The electricity sector will likely be hit by credit downgrades and reduced dividend payouts if the Labour/Greens power policy is implemented, according to UBS analyst Wade Gardiner.
In a report, Gardiner said that because Labour/Greens had estimated the cost to the power sector at NZ$500-NZ$700 million it was "hard to imagine this will not result in credit rating downgrades".
"Credit downgrades and reduced [operating earnings] would essentially mean the sector needs to reduce debt, and accordingly we expect distributions will be materially effected for several years. This includes SOE distributions to the Government," he said.
At the moment there is a "blackout" on most analysts giving out up-to-date information and analysis on Mighty River Power because that company is offering shares to the public.
However, the analysts are not prevented from doing reports on other companies in the industry.
Gardiner's report is specifically on Contact Energy (which itself was once an SOE). He has slashed his valuation of it, based on what he believes a Labour/Greens coalition could do to the value of it. He has also changed his recommendation on Contact from a "buy" to a "neutral" recommendation. He reckons the Labour/Greens plan would sheer about NZ$110-NZ$150 million off Contact's operating earnings.
Even though the Labour/Greens plan is only a proposal, the election's not till next year, and the two parties would need to win the election before the plan could be implemented, Gardiner has already sliced NZ78c off his valuation per share of the company, though he doesn't say what his new given value is. And he has also taken NZ78c off his 12-month "target price" for the Contact stock, dropping it by about 12.7% to NZ$5.34.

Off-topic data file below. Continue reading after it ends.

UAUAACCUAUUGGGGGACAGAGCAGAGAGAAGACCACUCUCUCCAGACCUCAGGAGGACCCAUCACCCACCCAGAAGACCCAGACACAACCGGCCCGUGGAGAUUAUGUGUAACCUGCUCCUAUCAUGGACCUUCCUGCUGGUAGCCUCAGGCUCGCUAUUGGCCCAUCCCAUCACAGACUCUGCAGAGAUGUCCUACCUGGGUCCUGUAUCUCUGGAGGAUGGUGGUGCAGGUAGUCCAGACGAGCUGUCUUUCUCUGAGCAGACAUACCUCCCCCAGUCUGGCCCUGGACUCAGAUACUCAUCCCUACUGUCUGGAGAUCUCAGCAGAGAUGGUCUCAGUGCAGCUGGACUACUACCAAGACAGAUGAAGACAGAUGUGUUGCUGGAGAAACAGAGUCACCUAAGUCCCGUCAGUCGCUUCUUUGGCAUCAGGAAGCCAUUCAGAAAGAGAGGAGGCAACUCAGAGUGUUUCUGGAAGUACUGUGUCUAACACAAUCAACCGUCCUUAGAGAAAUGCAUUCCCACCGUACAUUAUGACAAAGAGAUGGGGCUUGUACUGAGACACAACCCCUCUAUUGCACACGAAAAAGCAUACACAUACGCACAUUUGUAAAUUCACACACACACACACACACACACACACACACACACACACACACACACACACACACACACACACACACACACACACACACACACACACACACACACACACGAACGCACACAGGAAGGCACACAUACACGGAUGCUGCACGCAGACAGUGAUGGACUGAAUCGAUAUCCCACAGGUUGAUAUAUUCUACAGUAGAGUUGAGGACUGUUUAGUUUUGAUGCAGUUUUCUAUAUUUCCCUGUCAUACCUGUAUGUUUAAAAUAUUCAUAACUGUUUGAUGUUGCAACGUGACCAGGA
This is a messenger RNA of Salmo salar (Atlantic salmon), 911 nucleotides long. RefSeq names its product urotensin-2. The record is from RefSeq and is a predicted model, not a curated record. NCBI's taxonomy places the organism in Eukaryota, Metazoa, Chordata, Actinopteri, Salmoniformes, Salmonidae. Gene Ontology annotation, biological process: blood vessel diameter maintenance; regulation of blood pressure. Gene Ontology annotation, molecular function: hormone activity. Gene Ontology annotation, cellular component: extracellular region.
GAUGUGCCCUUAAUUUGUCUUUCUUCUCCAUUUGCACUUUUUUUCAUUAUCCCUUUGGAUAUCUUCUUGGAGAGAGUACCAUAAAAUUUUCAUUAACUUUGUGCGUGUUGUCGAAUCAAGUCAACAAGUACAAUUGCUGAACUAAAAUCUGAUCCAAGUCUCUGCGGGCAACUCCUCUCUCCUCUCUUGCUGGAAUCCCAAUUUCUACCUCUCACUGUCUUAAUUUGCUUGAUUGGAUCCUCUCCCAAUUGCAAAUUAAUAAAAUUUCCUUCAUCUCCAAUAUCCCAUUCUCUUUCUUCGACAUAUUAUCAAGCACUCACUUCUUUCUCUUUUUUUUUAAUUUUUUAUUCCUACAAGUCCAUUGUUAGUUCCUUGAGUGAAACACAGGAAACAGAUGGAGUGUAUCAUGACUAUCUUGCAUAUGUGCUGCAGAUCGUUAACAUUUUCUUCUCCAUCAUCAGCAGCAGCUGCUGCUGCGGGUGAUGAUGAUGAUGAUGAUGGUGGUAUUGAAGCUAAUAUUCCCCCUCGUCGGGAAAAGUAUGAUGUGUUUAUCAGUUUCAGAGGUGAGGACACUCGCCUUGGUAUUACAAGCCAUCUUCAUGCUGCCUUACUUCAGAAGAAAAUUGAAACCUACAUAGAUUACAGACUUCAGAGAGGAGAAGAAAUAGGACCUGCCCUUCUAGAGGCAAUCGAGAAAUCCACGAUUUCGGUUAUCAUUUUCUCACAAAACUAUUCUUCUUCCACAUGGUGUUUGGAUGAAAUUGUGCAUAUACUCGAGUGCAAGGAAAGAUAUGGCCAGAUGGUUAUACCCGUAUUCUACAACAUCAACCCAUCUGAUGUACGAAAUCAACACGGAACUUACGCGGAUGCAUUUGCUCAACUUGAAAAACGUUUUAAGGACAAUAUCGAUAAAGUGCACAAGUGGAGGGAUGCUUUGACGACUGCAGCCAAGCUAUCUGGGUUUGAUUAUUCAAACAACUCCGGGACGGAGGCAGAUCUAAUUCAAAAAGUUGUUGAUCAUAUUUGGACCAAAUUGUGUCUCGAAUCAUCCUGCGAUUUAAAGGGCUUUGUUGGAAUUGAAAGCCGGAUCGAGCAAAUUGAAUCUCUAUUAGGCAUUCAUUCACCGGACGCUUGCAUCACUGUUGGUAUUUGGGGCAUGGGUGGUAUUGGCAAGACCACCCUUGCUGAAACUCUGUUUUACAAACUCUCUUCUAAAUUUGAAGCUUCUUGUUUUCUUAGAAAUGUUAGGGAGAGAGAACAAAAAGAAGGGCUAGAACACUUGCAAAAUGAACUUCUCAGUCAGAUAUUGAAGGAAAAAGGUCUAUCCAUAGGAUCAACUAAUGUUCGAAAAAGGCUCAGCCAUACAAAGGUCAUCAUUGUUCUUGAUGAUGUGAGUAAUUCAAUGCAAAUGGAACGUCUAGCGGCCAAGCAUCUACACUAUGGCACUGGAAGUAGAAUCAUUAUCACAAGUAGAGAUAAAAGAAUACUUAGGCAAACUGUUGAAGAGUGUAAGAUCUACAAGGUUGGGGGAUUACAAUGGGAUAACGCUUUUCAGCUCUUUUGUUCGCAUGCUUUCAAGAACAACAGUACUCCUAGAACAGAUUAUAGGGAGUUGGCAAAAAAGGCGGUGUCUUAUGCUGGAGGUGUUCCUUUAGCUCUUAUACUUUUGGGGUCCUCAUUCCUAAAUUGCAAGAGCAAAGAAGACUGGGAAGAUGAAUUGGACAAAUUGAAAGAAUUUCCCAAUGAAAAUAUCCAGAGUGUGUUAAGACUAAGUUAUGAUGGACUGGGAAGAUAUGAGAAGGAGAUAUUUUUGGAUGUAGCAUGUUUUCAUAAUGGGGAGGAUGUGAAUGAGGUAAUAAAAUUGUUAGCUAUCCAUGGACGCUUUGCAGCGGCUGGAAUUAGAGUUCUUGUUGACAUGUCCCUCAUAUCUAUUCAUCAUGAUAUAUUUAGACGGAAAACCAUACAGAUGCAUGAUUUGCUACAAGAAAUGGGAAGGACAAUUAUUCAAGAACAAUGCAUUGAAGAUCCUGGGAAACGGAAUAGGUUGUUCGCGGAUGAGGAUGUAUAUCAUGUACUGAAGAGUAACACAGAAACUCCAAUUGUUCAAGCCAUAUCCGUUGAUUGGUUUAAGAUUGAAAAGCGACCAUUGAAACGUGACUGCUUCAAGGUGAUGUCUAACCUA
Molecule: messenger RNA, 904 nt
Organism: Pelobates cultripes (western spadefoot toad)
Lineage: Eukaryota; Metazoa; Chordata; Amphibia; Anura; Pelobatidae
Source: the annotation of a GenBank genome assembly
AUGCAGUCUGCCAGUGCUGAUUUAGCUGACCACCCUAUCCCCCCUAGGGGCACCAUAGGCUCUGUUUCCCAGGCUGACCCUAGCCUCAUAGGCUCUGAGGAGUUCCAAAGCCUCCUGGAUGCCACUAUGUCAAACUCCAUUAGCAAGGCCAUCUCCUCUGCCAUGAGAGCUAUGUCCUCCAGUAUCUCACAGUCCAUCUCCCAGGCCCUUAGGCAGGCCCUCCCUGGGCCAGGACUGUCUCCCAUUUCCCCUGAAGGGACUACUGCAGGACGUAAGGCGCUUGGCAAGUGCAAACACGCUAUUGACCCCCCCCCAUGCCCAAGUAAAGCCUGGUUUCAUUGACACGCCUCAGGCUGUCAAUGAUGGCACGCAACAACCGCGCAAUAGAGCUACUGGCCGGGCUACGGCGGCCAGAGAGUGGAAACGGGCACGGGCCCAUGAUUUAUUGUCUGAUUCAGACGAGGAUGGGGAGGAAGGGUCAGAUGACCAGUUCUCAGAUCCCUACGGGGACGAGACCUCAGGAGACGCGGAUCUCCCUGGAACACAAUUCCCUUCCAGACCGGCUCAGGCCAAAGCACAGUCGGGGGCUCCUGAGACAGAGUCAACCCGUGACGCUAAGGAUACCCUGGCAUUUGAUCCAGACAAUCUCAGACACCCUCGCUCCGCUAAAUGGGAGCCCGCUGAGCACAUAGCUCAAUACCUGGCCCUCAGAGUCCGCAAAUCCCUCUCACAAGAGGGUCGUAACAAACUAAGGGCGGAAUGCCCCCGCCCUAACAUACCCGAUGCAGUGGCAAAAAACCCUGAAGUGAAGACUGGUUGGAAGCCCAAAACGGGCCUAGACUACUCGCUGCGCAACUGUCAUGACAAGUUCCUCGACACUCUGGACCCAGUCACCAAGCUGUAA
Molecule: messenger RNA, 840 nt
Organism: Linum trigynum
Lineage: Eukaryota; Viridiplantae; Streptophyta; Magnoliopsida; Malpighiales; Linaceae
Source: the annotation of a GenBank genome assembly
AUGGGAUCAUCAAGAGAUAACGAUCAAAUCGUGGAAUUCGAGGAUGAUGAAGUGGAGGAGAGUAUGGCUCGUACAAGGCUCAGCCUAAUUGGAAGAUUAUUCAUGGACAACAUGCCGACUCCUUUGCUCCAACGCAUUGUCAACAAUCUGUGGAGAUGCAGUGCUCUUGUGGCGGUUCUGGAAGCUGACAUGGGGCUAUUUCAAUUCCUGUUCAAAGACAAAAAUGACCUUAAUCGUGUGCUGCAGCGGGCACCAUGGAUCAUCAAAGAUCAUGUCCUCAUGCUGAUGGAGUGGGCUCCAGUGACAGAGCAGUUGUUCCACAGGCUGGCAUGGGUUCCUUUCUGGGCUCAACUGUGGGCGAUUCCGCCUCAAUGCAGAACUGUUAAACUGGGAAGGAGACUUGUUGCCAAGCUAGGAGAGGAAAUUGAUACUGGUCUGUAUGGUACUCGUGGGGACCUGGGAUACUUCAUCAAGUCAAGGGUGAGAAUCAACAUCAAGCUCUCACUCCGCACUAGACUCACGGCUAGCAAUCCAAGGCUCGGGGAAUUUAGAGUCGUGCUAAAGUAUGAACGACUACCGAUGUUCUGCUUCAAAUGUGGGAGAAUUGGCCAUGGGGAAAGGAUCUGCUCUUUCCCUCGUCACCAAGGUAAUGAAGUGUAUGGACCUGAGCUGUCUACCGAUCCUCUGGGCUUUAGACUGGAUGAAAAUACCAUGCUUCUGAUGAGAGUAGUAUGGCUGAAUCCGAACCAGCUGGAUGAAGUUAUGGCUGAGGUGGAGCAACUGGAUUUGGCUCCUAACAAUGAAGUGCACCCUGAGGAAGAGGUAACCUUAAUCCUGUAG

The actual price of Contact shares on the NZX did drop by as much as 10.5% on Thursday and Friday last week after the Labour/Greens policy was announced. It has since recovered but at the time of writing was still some 6% down on Wednesday's closing price of NZ$5.72.
"It is hard to see the [Contact] price rising with such a potentially negative overhang on its valuation," Gardiner said.
He arrived at his new valuation of Contact by applying a 40% probability of the Labour/Greens policy being implemented. This was comprised of a 50% chance of Labour/Greens being elected, and 80% of them actually following through with the plan.
Gardiner thinks that if followed through on the Labour/Greens plan will lead to forced industry "consolidation".
"...We think this central planning model will not be attractive for private sector investors and will make it more difficult for new plant to be built," Gardiner said.
"The saviour for Labour/Greens will be if this policy derails the SOE sale process and leaves 40-60% of the sector still in Government ownership – in other words SOE Balance Sheets could be used to fund new investment the private sector is unwilling to make.
"In that event we would expect central control of investment has the potential to result in ongoing overinvestment and over-supply – ie for political reasons the Government would not want the lights to go out!
"In that event we would argue that the cost to investors (in this case tax payers) will ultimately be far higher than under the existing market-based model," Gardiner said.
The new power policy came at a time when the electricity lines sector was nearing a more stable regulatory regime after 12 years of review and change," he said.
"The practicality of approving asset management plans for the 29 different lines companies seems inefficient in our view, and we also question the incentive for private sector investment in the future. We think forced-sector consolidation is a potential outcome."